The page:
By Ben Townsend
The mammoth final twist of the award-winning comic book (and film, but I’ll ignore that) Watchmen, is revealed when Ozymandias enacts his master plan. Powerless, the team of heroes watch as the surprise supervillain drops a giant, tentacled monster on top of New York, destroying the city and killing everybody within it. His reasoning? That humanity would be united against a new, ‘alien’ threat, and subsequently, ease the tensions leading to imminent nuclear war in their (fictional?) world.
Now, I’m not suggesting a genocide, but Watchmen provides a classic example, colourfully contextualising a typical human trait — banding together in the face of a common cause.
George Orwell elaborates in his essay, ‘The Lion and the Unicorn’, as shells from Hitler’s fascist regime apparently crash over his head. He claims that in times of peace, the British people assume a strict set of prejudices against their neighbours, brutally discriminating between regions, yet, in wartime, this changes dramatically — we achieve solidarity:
War is the greatest of all agents of change. It speeds up processes, wipes out minor distinctions and above all, war brings it home to the individual; That he is not altogether an individual.
Britain has fractured, and it seems that we need this process again.
The embarrassment of Brexit has probably tarnished the image of our country for many years to come. However, if you took a little sneak peek outside of our stagnating bubble of British politics, you’d see that our friendly neighbourhood hegemon, the European Union, has more issues than just us to contend with.
Consider, the faltering power of the Euro, the not-so-terrifying but rather sad reasons for widespread national populist support, the polarisation of class and education, the influence of foreign strongmen, and the rise of corruption. Apparently, the very core of western values is at jeopardy of being rejected by the people for whom it serves. The European Union was once the optimistic coalition of countries that decided to stand together following one of the most tragic human events of all time, but these corrosive issues are tearing its fabric apart at the seams.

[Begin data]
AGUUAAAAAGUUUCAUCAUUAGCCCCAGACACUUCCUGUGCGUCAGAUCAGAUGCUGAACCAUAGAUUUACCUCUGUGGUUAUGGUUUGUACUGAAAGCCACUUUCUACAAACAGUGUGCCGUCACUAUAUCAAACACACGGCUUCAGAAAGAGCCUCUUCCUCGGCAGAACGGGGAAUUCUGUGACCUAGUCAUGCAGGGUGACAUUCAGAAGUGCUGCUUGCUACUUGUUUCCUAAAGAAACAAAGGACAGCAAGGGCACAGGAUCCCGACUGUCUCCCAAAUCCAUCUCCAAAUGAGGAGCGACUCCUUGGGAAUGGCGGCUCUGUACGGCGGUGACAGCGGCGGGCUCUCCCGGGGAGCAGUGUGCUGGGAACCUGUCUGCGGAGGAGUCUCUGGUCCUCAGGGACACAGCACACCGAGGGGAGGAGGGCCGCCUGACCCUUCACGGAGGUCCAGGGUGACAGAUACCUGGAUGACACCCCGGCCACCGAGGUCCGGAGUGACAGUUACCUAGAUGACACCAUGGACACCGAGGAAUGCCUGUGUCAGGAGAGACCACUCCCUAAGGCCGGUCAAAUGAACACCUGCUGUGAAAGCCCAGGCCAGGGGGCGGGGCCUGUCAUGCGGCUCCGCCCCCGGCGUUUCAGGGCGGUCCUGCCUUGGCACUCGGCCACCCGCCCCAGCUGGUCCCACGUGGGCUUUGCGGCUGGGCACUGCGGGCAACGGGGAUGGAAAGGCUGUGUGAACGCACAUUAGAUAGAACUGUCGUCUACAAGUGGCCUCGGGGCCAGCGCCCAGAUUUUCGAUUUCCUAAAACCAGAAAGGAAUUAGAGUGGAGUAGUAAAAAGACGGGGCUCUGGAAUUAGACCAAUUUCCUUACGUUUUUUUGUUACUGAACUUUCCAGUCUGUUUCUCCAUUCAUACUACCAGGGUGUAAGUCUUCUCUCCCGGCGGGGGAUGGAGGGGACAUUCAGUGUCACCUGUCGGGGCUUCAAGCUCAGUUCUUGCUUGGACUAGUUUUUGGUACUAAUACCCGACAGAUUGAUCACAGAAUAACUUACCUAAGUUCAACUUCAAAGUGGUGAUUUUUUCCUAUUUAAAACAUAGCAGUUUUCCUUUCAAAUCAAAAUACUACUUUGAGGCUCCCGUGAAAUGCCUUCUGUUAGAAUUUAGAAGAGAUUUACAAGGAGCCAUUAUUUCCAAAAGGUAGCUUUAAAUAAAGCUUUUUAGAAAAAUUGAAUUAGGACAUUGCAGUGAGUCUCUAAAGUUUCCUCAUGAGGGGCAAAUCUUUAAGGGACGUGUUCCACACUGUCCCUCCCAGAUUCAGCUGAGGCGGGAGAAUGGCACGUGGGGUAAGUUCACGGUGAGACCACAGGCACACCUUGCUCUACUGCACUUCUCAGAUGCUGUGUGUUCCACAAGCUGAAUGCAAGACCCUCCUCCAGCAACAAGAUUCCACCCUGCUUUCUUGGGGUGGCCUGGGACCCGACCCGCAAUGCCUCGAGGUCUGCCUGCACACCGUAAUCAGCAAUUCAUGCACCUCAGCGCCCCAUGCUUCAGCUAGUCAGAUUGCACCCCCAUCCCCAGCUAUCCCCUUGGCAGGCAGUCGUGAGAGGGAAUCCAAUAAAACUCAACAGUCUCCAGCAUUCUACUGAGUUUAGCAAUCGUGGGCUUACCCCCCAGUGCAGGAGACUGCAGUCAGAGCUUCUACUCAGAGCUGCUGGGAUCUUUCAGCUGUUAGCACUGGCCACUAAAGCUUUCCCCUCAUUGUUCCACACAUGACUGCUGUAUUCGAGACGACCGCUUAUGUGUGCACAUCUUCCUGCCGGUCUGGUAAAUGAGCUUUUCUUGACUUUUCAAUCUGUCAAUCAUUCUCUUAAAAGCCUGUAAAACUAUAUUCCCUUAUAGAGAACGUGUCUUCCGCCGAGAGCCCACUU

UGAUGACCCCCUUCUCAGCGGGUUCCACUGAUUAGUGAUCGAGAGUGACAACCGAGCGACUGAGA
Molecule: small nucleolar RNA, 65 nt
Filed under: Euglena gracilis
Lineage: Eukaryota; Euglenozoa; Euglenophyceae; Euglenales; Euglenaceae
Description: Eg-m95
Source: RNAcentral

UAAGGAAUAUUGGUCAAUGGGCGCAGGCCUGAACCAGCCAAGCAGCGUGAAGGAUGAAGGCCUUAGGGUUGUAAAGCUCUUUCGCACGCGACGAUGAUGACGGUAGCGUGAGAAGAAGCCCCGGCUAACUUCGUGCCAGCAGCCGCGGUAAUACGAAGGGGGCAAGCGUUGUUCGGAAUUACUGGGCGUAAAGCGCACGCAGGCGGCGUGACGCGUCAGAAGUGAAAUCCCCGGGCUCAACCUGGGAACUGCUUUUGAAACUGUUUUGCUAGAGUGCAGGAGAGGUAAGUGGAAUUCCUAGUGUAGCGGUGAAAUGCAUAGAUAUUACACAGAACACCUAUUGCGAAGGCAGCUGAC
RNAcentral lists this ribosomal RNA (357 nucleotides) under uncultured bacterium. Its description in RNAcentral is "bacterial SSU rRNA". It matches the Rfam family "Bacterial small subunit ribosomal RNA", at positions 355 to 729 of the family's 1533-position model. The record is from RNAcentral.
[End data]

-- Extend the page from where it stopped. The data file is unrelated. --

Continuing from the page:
More than ever, it needs EU-nity.
So, if judged by Orwell’s standards, should we roll up our sleeves and find some sort of camaraderie as we engage in a new world war, hoping that our failing democracies will slowly come crawling back? Perhaps we should follow in Ozymandias’ footsteps and wipe Brussels off the face of the planet?
I’m a fan of optimistic journalism and I think that the best solution is perhaps the strangest: something even scarier than war or monsters, a song contest.
In January, amidst the height of Brexit paranoia that had infected parliament, I was happy to finally feel a little tug on my heartstrings when, during the selection process for Britain’s Eurovision contestant (yes, we’re still competing), cries of “Europe still loves you” emanated around the stage.
The headlines can be deceiving. Whilst Donald Tusk has damned both the British Government and Brexiteers to hell, and the EU appears to sit in cold indignation for Prime Minister Theresa May’s negotiations, it should not be forgotten that our neighbours, the general public of Europe, are actually quite cool-headed. The UK never comes close to winning Eurovision, but that’s hardly the point. We just need help in realising that the rest of continent we drift only twenty miles away from doesn’t just consist of bureaucratic elites and legislation, chequered deals and fishing laws.
When we look at Europe now through the dreary lens of mainstream media, our vision is muddied by Brexit. But, as a result, the true character of Europe is lost – the essence of every single member state’s culture, history, and personality; concepts that Brexiteers seem so adamantly protective of on home turf. Eurovision is the one place where we can catch a glimpse at those precious quirks again, just from the comfort of our sofas.
Surely, if you replaced every time that Orwell mentions ‘war’, with ‘Eurovision’, the same result could be achieved? Perhaps if a genocidal alien took the form of a Latvian back-up dancer flailing their arms to the beat of hard synth, the peoples of Europe could still find a reason to unite? It may only last one night, but in the face of democratic decline, deprivation and political depression, Eurovision is a shining beacon of social democracy. The countries of Europe and their various plus-ones, all competing for the best worst song and the worst best dress sense.
This May, no matter the state of Brexit, whether we’re in or out, up or down, take a night off to appreciate what we’ve forgotten about our continent’s cheerful, quirky characteristics. In times like these, as we draw closer to cutting the rope, perhaps we just need some silly reassurance from our European friends.